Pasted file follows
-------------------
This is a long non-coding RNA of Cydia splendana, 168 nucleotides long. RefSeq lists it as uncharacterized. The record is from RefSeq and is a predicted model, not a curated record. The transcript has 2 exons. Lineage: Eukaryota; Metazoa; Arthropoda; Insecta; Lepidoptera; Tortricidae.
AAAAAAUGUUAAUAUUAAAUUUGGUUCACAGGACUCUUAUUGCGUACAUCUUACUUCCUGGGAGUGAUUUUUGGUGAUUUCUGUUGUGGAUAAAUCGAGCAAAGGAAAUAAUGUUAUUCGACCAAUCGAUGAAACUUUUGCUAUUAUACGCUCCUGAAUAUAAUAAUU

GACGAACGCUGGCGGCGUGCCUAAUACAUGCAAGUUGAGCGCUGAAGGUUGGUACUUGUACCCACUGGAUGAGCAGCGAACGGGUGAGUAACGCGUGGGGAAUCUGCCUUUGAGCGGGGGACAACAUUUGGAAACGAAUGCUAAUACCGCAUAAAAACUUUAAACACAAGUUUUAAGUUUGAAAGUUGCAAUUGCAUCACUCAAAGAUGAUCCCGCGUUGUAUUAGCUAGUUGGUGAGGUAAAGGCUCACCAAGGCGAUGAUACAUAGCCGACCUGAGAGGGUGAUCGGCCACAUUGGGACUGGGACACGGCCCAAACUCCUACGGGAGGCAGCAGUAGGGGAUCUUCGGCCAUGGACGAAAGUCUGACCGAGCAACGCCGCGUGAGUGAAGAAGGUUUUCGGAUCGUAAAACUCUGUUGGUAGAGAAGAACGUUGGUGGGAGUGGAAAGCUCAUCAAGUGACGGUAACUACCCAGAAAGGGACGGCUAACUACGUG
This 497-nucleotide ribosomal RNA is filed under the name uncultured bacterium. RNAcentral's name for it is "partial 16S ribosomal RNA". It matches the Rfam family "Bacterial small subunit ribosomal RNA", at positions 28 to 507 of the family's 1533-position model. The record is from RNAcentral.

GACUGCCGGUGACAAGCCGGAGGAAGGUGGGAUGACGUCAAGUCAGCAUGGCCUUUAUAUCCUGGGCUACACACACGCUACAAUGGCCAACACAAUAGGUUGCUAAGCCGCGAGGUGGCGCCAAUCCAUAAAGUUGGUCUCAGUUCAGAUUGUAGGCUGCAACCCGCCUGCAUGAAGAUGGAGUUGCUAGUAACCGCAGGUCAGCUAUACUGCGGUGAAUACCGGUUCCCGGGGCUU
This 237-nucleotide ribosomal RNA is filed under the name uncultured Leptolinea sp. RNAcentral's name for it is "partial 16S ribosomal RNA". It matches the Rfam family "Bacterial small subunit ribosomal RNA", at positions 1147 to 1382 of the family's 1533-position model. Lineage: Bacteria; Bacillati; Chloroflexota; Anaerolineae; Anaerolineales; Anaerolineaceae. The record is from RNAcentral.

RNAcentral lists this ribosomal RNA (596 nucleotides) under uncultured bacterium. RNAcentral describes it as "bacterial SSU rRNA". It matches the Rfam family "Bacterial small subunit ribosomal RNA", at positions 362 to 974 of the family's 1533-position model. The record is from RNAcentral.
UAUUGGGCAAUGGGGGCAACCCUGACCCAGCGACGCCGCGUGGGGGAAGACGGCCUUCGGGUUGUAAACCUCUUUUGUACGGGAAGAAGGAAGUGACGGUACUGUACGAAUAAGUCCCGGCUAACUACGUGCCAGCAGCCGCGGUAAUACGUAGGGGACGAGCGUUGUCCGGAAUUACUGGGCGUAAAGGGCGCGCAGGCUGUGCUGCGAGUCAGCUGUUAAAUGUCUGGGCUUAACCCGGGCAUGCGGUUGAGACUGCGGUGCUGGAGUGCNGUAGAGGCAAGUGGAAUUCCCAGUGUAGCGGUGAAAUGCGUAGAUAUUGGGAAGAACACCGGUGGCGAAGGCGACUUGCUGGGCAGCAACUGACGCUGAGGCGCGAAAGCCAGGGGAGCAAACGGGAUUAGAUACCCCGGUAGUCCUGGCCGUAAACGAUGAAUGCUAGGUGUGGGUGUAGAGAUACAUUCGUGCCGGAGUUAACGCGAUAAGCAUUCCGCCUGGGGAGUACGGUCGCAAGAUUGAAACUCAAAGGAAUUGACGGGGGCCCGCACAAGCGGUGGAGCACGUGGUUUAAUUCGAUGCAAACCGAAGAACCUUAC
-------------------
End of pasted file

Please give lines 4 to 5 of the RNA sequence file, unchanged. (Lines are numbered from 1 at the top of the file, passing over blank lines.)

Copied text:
This 497-nucleotide ribosomal RNA is filed under the name uncultured bacterium. RNAcentral's name for it is "partial 16S ribosomal RNA". It matches the Rfam family "Bacterial small subunit ribosomal RNA", at positions 28 to 507 of the family's 1533-position model. The record is from RNAcentral.

GACUGCCGGUGACAAGCCGGAGGAAGGUGGGAUGACGUCAAGUCAGCAUGGCCUUUAUAUCCUGGGCUACACACACGCUACAAUGGCCAACACAAUAGGUUGCUAAGCCGCGAGGUGGCGCCAAUCCAUAAAGUUGGUCUCAGUUCAGAUUGUAGGCUGCAACCCGCCUGCAUGAAGAUGGAGUUGCUAGUAACCGCAGGUCAGCUAUACUGCGGUGAAUACCGGUUCCCGGGGCUU